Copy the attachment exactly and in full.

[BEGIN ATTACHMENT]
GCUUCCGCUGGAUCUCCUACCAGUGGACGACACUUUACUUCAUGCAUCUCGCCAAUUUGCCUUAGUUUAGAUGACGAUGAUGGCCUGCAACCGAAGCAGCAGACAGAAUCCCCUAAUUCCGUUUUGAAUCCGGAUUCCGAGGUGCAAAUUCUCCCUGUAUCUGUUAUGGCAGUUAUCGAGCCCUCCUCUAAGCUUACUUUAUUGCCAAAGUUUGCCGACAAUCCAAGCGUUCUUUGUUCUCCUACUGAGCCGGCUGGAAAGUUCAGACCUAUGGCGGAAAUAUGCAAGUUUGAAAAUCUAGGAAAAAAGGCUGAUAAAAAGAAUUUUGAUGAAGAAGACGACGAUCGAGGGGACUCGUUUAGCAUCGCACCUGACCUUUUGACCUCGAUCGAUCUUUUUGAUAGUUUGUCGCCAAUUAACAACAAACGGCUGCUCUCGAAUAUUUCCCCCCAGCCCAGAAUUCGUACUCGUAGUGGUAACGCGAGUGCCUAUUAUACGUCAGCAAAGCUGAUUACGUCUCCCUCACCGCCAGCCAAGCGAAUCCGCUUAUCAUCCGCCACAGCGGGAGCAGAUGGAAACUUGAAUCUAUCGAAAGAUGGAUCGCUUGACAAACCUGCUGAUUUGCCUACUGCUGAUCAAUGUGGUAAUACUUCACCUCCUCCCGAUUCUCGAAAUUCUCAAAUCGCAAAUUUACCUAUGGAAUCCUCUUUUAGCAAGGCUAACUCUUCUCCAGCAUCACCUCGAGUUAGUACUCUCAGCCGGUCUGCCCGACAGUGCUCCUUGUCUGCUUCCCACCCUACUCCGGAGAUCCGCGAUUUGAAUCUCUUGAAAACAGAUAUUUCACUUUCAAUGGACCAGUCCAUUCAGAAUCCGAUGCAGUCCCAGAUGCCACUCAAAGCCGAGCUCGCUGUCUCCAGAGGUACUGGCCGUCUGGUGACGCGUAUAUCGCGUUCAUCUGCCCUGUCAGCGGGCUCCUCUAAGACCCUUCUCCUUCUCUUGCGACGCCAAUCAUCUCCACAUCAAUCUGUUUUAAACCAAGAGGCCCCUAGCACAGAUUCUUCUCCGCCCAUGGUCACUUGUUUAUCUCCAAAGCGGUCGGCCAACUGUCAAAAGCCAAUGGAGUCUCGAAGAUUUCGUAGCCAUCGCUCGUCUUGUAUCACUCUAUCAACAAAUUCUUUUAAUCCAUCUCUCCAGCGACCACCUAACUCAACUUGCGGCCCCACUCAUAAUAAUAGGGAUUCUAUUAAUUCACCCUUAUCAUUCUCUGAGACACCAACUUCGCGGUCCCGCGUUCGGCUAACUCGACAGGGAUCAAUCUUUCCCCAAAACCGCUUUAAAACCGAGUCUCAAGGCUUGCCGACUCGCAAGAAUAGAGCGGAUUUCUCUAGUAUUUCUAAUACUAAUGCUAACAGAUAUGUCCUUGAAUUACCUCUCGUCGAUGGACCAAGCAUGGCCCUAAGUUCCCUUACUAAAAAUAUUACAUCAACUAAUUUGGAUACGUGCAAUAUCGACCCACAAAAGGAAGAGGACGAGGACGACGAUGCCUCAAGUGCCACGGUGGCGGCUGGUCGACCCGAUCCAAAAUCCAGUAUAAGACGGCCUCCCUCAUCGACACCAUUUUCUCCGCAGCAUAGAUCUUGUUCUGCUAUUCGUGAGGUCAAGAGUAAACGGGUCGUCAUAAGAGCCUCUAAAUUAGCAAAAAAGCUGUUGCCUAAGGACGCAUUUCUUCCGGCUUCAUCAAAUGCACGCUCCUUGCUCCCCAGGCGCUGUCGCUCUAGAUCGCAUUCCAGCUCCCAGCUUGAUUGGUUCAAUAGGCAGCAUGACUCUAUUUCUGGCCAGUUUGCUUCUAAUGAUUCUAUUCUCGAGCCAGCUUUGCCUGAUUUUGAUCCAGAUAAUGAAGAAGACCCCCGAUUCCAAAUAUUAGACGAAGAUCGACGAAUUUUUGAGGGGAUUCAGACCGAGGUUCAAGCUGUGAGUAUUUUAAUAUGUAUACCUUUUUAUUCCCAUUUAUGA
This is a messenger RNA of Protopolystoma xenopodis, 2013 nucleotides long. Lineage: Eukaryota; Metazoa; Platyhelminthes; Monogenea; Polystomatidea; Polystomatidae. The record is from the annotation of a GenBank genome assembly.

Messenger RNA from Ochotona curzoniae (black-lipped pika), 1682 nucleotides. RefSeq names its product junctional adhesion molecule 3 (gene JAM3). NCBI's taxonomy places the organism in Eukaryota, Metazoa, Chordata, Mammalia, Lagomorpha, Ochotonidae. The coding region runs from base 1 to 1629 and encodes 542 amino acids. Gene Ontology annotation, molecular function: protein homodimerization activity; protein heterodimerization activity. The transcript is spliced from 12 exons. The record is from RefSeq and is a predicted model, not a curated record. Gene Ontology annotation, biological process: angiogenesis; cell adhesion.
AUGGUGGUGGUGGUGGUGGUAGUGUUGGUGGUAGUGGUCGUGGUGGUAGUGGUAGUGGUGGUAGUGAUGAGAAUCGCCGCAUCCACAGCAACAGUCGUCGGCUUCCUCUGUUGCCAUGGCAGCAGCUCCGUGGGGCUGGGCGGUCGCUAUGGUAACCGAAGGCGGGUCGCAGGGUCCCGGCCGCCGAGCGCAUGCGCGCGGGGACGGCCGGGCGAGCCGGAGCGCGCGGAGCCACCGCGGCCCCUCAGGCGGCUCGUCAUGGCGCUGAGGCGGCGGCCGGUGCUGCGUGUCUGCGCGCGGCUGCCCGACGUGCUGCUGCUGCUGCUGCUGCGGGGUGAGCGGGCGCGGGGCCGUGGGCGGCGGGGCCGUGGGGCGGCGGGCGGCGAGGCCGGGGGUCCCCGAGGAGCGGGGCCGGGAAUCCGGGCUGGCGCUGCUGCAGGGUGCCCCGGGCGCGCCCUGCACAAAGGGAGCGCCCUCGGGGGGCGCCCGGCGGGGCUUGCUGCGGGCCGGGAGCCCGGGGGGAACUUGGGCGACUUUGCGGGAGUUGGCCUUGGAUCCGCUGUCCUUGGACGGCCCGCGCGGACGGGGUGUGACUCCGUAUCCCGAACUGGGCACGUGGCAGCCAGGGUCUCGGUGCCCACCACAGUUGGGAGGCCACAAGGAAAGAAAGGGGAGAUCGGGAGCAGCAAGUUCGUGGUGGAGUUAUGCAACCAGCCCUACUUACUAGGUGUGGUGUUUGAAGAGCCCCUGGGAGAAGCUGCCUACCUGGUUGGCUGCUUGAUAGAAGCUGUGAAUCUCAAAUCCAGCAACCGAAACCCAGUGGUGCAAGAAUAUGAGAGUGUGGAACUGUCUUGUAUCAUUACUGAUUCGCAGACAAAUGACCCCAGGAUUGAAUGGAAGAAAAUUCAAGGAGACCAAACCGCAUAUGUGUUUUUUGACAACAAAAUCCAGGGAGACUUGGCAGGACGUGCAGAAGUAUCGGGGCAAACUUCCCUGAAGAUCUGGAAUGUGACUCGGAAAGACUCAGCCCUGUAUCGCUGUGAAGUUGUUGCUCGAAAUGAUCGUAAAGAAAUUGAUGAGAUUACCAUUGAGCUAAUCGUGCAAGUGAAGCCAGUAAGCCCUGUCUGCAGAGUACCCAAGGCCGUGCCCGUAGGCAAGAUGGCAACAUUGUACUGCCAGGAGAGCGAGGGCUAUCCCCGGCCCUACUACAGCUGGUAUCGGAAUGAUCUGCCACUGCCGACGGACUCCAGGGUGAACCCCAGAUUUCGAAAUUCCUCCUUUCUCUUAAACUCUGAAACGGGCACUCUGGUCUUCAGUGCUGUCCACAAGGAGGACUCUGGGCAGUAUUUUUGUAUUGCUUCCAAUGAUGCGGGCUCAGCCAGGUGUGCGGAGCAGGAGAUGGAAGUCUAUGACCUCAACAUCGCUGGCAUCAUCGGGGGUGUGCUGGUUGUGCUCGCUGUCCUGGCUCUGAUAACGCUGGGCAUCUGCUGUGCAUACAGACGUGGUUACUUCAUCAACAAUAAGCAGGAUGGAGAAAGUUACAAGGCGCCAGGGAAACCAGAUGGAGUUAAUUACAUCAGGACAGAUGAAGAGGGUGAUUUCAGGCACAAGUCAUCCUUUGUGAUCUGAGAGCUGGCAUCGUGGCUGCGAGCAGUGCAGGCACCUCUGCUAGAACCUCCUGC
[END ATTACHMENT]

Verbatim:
GCUUCCGCUGGAUCUCCUACCAGUGGACGACACUUUACUUCAUGCAUCUCGCCAAUUUGCCUUAGUUUAGAUGACGAUGAUGGCCUGCAACCGAAGCAGCAGACAGAAUCCCCUAAUUCCGUUUUGAAUCCGGAUUCCGAGGUGCAAAUUCUCCCUGUAUCUGUUAUGGCAGUUAUCGAGCCCUCCUCUAAGCUUACUUUAUUGCCAAAGUUUGCCGACAAUCCAAGCGUUCUUUGUUCUCCUACUGAGCCGGCUGGAAAGUUCAGACCUAUGGCGGAAAUAUGCAAGUUUGAAAAUCUAGGAAAAAAGGCUGAUAAAAAGAAUUUUGAUGAAGAAGACGACGAUCGAGGGGACUCGUUUAGCAUCGCACCUGACCUUUUGACCUCGAUCGAUCUUUUUGAUAGUUUGUCGCCAAUUAACAACAAACGGCUGCUCUCGAAUAUUUCCCCCCAGCCCAGAAUUCGUACUCGUAGUGGUAACGCGAGUGCCUAUUAUACGUCAGCAAAGCUGAUUACGUCUCCCUCACCGCCAGCCAAGCGAAUCCGCUUAUCAUCCGCCACAGCGGGAGCAGAUGGAAACUUGAAUCUAUCGAAAGAUGGAUCGCUUGACAAACCUGCUGAUUUGCCUACUGCUGAUCAAUGUGGUAAUACUUCACCUCCUCCCGAUUCUCGAAAUUCUCAAAUCGCAAAUUUACCUAUGGAAUCCUCUUUUAGCAAGGCUAACUCUUCUCCAGCAUCACCUCGAGUUAGUACUCUCAGCCGGUCUGCCCGACAGUGCUCCUUGUCUGCUUCCCACCCUACUCCGGAGAUCCGCGAUUUGAAUCUCUUGAAAACAGAUAUUUCACUUUCAAUGGACCAGUCCAUUCAGAAUCCGAUGCAGUCCCAGAUGCCACUCAAAGCCGAGCUCGCUGUCUCCAGAGGUACUGGCCGUCUGGUGACGCGUAUAUCGCGUUCAUCUGCCCUGUCAGCGGGCUCCUCUAAGACCCUUCUCCUUCUCUUGCGACGCCAAUCAUCUCCACAUCAAUCUGUUUUAAACCAAGAGGCCCCUAGCACAGAUUCUUCUCCGCCCAUGGUCACUUGUUUAUCUCCAAAGCGGUCGGCCAACUGUCAAAAGCCAAUGGAGUCUCGAAGAUUUCGUAGCCAUCGCUCGUCUUGUAUCACUCUAUCAACAAAUUCUUUUAAUCCAUCUCUCCAGCGACCACCUAACUCAACUUGCGGCCCCACUCAUAAUAAUAGGGAUUCUAUUAAUUCACCCUUAUCAUUCUCUGAGACACCAACUUCGCGGUCCCGCGUUCGGCUAACUCGACAGGGAUCAAUCUUUCCCCAAAACCGCUUUAAAACCGAGUCUCAAGGCUUGCCGACUCGCAAGAAUAGAGCGGAUUUCUCUAGUAUUUCUAAUACUAAUGCUAACAGAUAUGUCCUUGAAUUACCUCUCGUCGAUGGACCAAGCAUGGCCCUAAGUUCCCUUACUAAAAAUAUUACAUCAACUAAUUUGGAUACGUGCAAUAUCGACCCACAAAAGGAAGAGGACGAGGACGACGAUGCCUCAAGUGCCACGGUGGCGGCUGGUCGACCCGAUCCAAAAUCCAGUAUAAGACGGCCUCCCUCAUCGACACCAUUUUCUCCGCAGCAUAGAUCUUGUUCUGCUAUUCGUGAGGUCAAGAGUAAACGGGUCGUCAUAAGAGCCUCUAAAUUAGCAAAAAAGCUGUUGCCUAAGGACGCAUUUCUUCCGGCUUCAUCAAAUGCACGCUCCUUGCUCCCCAGGCGCUGUCGCUCUAGAUCGCAUUCCAGCUCCCAGCUUGAUUGGUUCAAUAGGCAGCAUGACUCUAUUUCUGGCCAGUUUGCUUCUAAUGAUUCUAUUCUCGAGCCAGCUUUGCCUGAUUUUGAUCCAGAUAAUGAAGAAGACCCCCGAUUCCAAAUAUUAGACGAAGAUCGACGAAUUUUUGAGGGGAUUCAGACCGAGGUUCAAGCUGUGAGUAUUUUAAUAUGUAUACCUUUUUAUUCCCAUUUAUGA
This is a messenger RNA of Protopolystoma xenopodis, 2013 nucleotides long. Lineage: Eukaryota; Metazoa; Platyhelminthes; Monogenea; Polystomatidea; Polystomatidae. The record is from the annotation of a GenBank genome assembly.

Messenger RNA from Ochotona curzoniae (black-lipped pika), 1682 nucleotides. RefSeq names its product junctional adhesion molecule 3 (gene JAM3). NCBI's taxonomy places the organism in Eukaryota, Metazoa, Chordata, Mammalia, Lagomorpha, Ochotonidae. The coding region runs from base 1 to 1629 and encodes 542 amino acids. Gene Ontology annotation, molecular function: protein homodimerization activity; protein heterodimerization activity. The transcript is spliced from 12 exons. The record is from RefSeq and is a predicted model, not a curated record. Gene Ontology annotation, biological process: angiogenesis; cell adhesion.
AUGGUGGUGGUGGUGGUGGUAGUGUUGGUGGUAGUGGUCGUGGUGGUAGUGGUAGUGGUGGUAGUGAUGAGAAUCGCCGCAUCCACAGCAACAGUCGUCGGCUUCCUCUGUUGCCAUGGCAGCAGCUCCGUGGGGCUGGGCGGUCGCUAUGGUAACCGAAGGCGGGUCGCAGGGUCCCGGCCGCCGAGCGCAUGCGCGCGGGGACGGCCGGGCGAGCCGGAGCGCGCGGAGCCACCGCGGCCCCUCAGGCGGCUCGUCAUGGCGCUGAGGCGGCGGCCGGUGCUGCGUGUCUGCGCGCGGCUGCCCGACGUGCUGCUGCUGCUGCUGCUGCGGGGUGAGCGGGCGCGGGGCCGUGGGCGGCGGGGCCGUGGGGCGGCGGGCGGCGAGGCCGGGGGUCCCCGAGGAGCGGGGCCGGGAAUCCGGGCUGGCGCUGCUGCAGGGUGCCCCGGGCGCGCCCUGCACAAAGGGAGCGCCCUCGGGGGGCGCCCGGCGGGGCUUGCUGCGGGCCGGGAGCCCGGGGGGAACUUGGGCGACUUUGCGGGAGUUGGCCUUGGAUCCGCUGUCCUUGGACGGCCCGCGCGGACGGGGUGUGACUCCGUAUCCCGAACUGGGCACGUGGCAGCCAGGGUCUCGGUGCCCACCACAGUUGGGAGGCCACAAGGAAAGAAAGGGGAGAUCGGGAGCAGCAAGUUCGUGGUGGAGUUAUGCAACCAGCCCUACUUACUAGGUGUGGUGUUUGAAGAGCCCCUGGGAGAAGCUGCCUACCUGGUUGGCUGCUUGAUAGAAGCUGUGAAUCUCAAAUCCAGCAACCGAAACCCAGUGGUGCAAGAAUAUGAGAGUGUGGAACUGUCUUGUAUCAUUACUGAUUCGCAGACAAAUGACCCCAGGAUUGAAUGGAAGAAAAUUCAAGGAGACCAAACCGCAUAUGUGUUUUUUGACAACAAAAUCCAGGGAGACUUGGCAGGACGUGCAGAAGUAUCGGGGCAAACUUCCCUGAAGAUCUGGAAUGUGACUCGGAAAGACUCAGCCCUGUAUCGCUGUGAAGUUGUUGCUCGAAAUGAUCGUAAAGAAAUUGAUGAGAUUACCAUUGAGCUAAUCGUGCAAGUGAAGCCAGUAAGCCCUGUCUGCAGAGUACCCAAGGCCGUGCCCGUAGGCAAGAUGGCAACAUUGUACUGCCAGGAGAGCGAGGGCUAUCCCCGGCCCUACUACAGCUGGUAUCGGAAUGAUCUGCCACUGCCGACGGACUCCAGGGUGAACCCCAGAUUUCGAAAUUCCUCCUUUCUCUUAAACUCUGAAACGGGCACUCUGGUCUUCAGUGCUGUCCACAAGGAGGACUCUGGGCAGUAUUUUUGUAUUGCUUCCAAUGAUGCGGGCUCAGCCAGGUGUGCGGAGCAGGAGAUGGAAGUCUAUGACCUCAACAUCGCUGGCAUCAUCGGGGGUGUGCUGGUUGUGCUCGCUGUCCUGGCUCUGAUAACGCUGGGCAUCUGCUGUGCAUACAGACGUGGUUACUUCAUCAACAAUAAGCAGGAUGGAGAAAGUUACAAGGCGCCAGGGAAACCAGAUGGAGUUAAUUACAUCAGGACAGAUGAAGAGGGUGAUUUCAGGCACAAGUCAUCCUUUGUGAUCUGAGAGCUGGCAUCGUGGCUGCGAGCAGUGCAGGCACCUCUGCUAGAACCUCCUGC